The new Kindle Unlimited campaign is smoking out new opinions on Amazon's strategy . I liked this comparison of the Kindle to the iPod's early days, and the evolution from buying single songs to streaming music services (Songza is my favorite). The lack of privacy is of concern to the writer, though buying a Kindle or even having an Amazon account means you have opted for convenience over privacy. The local public library (funded by your tax dollars) may offer a little more in the way of privacy and choice (thanks to librarians, not the government) -- some observers are not all that excited by the books on offer via the Kindle lending library or Kindle Unlimited. Of course, paying with cash at your local new or used bookstore may circumvent privacy and choice concerns.
Austin Kleon (via his marvelous weekly mailing) pointed me to this critique of the Kindle by a new reader. Pierce makes some sharp observations about the Kindle, especially how the designers chose to glorify the device over the book you're reading. He also has reservations about the shared-passages feature of Kindle e-books; it's as if someone is reading over your shoulder and turns what has traditionally been a private experience into an unasked-for shared one.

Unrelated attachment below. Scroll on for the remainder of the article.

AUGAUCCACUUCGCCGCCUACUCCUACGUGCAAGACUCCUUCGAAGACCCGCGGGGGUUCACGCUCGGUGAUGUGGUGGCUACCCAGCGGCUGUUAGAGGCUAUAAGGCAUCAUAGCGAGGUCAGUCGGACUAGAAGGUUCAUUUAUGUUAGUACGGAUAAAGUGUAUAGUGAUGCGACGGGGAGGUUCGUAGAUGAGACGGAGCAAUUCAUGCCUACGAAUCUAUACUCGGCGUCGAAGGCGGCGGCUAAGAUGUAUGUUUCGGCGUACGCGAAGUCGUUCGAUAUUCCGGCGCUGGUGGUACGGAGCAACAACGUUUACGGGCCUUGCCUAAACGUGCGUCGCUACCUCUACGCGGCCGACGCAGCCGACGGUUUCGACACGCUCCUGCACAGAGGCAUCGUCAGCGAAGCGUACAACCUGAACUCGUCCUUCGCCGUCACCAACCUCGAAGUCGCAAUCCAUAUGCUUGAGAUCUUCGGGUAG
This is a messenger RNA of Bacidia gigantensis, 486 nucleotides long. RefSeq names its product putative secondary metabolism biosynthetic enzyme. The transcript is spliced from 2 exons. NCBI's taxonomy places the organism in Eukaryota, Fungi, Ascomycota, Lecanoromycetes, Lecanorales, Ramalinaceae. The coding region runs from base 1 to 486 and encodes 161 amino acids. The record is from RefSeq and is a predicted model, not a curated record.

And I also have the sense he describes of the Kindle separating me from the traditional reading experience. Many books on my shelves double as physical objects I formed a relationship with -- they're signed by the authors, I read this one during that long week in Anaheim, I read this one when I was unemployed and it led me to read these other books, etc. The reading experience is different on a Kindle; my memories of a book will now be associated to a device rather than a book. Instead of forming a relationship to the book I'm devising a relationship to the device.
For example, if I'm going on a trip and I only have room to carry two books in my bag, then I'm making a commitment to give these books a chance. There are physical consequences of weight and comfort to consider, but I'm also promising myself that I will put in the time to read them. With the Kindle, though, I have maybe 50 or so books and collections I've downloaded. Which do I read first, which do I commit to? Does it really matter, since I can choose to flip in a moment from this essay collection to that novel to that e-book written by a friend? No one book will have my full committed attention unless I delete all the others from the device, because it's the device I've committed to, rather than the e-book.
Or such is my current improvised line of thinking on this sunny and beautiful Sunday afternoon, where I am skimming web pages and writing blog posts rather than sitting down to read a book.
 I do not plan to sign up for the service at this time. I already have more books than I can eat on my Kindle. And I have more movies in my Netflix queue than I could see if I had a week off. ^